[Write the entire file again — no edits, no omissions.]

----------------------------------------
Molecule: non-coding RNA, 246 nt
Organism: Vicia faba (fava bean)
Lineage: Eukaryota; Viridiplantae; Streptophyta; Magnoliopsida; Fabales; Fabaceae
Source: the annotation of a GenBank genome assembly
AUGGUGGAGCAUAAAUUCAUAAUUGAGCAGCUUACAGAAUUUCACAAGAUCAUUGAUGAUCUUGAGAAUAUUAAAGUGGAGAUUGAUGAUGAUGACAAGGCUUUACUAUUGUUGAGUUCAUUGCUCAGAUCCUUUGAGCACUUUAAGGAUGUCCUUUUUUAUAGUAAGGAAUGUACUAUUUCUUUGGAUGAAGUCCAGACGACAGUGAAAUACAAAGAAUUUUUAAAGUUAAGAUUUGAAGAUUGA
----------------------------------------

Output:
Molecule: non-coding RNA, 246 nt
Organism: Vicia faba (fava bean)
Lineage: Eukaryota; Viridiplantae; Streptophyta; Magnoliopsida; Fabales; Fabaceae
Source: the annotation of a GenBank genome assembly
AUGGUGGAGCAUAAAUUCAUAAUUGAGCAGCUUACAGAAUUUCACAAGAUCAUUGAUGAUCUUGAGAAUAUUAAAGUGGAGAUUGAUGAUGAUGACAAGGCUUUACUAUUGUUGAGUUCAUUGCUCAGAUCCUUUGAGCACUUUAAGGAUGUCCUUUUUUAUAGUAAGGAAUGUACUAUUUCUUUGGAUGAAGUCCAGACGACAGUGAAAUACAAAGAAUUUUUAAAGUUAAGAUUUGAAGAUUGA